By Dana Delgado
BERTRAM — An idea proposed to honor military veterans moved Bertram Library Director Ann Brock to tears.
The idea, presented as a regional Veterans’ Day project by Marilyn Curtis representing the regional Alpha Chi Chapter of the Delta Kappa Gamma International Society, revolved around a charming yet powerful children’s book. The book, “America’s White Table” written by award-winning author Margot Theis Raven and published in 2005, introduced the public to a post-Vietnam War military tradition of honoring veterans including lost and missing veterans with a simple, but solemn and dignified remembrance exhibit. So impactful, the book sparked much discussion among families and communities and spearheaded a national movement for a public adoption of a “white table” tribute.
When Director Brock read the book, it hit home. She had lost her father, Gaylon Brizendine, only a year ago and he had been a very proud veteran who always participated in Veterans Day activities.
“Dad was there for us,” said Mrs. Brock, “and he was fun. He was caring, set a good example, and he took us places. He pushed us to do our best; he disciplined us when we did wrong, and he taught us how to have faith and how to make a difference.”
Mrs. Brock’s father also had a tremendous love for the land.
“I am sure that is why he loved farming and ranching so much,” she said, adding that her father was so beloved by countless children in Bertram for his kindness and support at every community activity especially sporting events that they called him “Papa.”
“He was my hero,” she said. Her uncle, Blanton Brizendine, and father-in-law, Travis Brock, were also World War II veterans and son, Aaron Brock, is an Iraq-era veteran.
Like many veterans, Gaylon Brizendine never spoke about his experiences, his memories or his pain from World War II. They remained unspoken until his final months.
“My Dad struggled with many of his friends dying right beside him,” Mrs. Brock said. “It bothered him deeply.”
Gaylon Brizendine, who had been born in the Gabriel Mills area and attended school in Andice, volunteered for service at 18 years of age in 1944 as war raged in Europe and the Pacific. He had hoped to join the Navy like his older brother Blanton, but found out he had been signed-up for service in the Army instead. So the slender, gentle natured, red-haired young man was shipped to the frontlines in the Far East with the 32nd Infantry Division as a mortar man. His unit saw fierce fighting in the Philipines, and later in Japan engaged Japanese soldiers after the official surrender.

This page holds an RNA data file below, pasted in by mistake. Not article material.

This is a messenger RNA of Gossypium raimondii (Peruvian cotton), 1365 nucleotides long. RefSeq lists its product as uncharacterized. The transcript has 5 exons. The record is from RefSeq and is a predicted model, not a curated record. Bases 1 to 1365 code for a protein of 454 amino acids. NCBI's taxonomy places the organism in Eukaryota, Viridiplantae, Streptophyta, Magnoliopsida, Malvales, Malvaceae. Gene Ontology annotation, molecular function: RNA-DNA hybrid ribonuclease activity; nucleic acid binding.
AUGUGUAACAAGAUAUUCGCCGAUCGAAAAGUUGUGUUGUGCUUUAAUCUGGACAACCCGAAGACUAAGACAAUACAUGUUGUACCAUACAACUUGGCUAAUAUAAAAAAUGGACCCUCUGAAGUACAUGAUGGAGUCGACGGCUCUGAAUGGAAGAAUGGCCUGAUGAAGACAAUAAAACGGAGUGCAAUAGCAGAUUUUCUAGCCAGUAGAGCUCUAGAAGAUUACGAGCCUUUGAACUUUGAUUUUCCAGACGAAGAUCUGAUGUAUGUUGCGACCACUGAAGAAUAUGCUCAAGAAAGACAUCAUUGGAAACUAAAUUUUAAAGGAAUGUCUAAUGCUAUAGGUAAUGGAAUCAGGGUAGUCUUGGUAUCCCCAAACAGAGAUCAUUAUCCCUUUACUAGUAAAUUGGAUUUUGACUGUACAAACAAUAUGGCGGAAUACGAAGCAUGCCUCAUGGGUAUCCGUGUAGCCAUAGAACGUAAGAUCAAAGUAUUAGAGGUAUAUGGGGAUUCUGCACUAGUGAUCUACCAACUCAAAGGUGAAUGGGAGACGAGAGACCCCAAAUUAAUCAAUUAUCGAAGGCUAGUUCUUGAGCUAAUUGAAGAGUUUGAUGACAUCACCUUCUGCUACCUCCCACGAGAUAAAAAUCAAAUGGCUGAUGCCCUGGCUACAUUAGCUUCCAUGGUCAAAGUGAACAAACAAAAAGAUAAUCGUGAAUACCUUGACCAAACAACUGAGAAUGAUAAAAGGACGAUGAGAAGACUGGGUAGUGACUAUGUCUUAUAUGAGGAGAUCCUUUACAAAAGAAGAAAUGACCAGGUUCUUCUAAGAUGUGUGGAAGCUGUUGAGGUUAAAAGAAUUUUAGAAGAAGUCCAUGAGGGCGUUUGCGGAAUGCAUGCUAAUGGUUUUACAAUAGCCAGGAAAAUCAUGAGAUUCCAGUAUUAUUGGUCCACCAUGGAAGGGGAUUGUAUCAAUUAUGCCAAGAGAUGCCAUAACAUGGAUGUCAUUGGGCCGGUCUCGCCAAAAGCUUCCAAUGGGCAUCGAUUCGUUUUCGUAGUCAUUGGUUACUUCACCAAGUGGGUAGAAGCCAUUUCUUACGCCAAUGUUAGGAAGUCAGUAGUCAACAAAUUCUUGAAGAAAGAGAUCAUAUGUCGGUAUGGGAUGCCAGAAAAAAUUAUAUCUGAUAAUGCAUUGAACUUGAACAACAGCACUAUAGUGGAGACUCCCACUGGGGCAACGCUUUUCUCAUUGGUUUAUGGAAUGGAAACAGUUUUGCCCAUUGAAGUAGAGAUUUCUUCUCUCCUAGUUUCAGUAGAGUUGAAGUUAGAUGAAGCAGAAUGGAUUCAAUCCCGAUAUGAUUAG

“I remember him telling me that his unit fought for 28 days straight,” Mrs. Brock said. “They had to stay on alert and couldn’t even take off their shoes. He talked about enemies hiding in caves in the mountains and their unit having to get them out. Dad fought in the Battles of Leyte and Luzon and was also in Manila.”
The 32nd Infantry Division was the first to enter the war and logged a total of 654 days of combat during WWII — more than any other U.S. army division. The division’s renowned Red Arrow shoulder patch signified that the division had pierced every line it had encountered and knew about fighting without support.
That is why this Veterans Day idea has taken on special meaning for Ann Brock.
The idea presented to her comes from the heartwarming book, which sensitively tells the story of a family who honors an uncle — a veteran — and his fallen comrades. In the story, the family sets a table filled with symbols of a veteran’s service, sacrifice and sorrow with particular emphasis on the plight of those missing in action and prisoners of war.
Austin resident Mike Benny, the recipient of two Gold Medals from the Society of Illustrators, masterfully illustrates the story.
The focus of the remembrance and honor is a small table with a single chair where no one will ever sit. The table is graced with a lemon wedge and grains of salt on a plate, a black napkin, a wine glass, a white candle and a red rose.
The small table with a white cloth acknowledges a soldier’s pure heart when he or she answers this country’s call to duty. A lemon slice and grains of salt on a plate show a captive soldier’s bitter fate and tears of families waiting for loved ones to return home. A black napkin symbolizes the sorrow of captivity and service. An empty glass and plate represent the meal that won’t be eaten. A white candle is on the table for peace and a red rose is in a vase tied with a red ribbon for the hope that all will return someday.
Mrs. Brock added a guest book at the Bertram Library remembrance display so veterans or their families could sign in and record the military service. The remembrance white table exhibit is open to the public through Nov. 15 at 170 N Gabriel in Bertram from 10 a.m. to 6 p.m. Monday thru Friday.
“Veterans have a very special place in my heart,” she said. “Where would we be in this world without our veterans? That is a scary thought.”
Since the Vietnam War, white remembrance tables have been set across America in mess halls and at military events to honor American veterans, especially those missing in action and those held prisoners of war.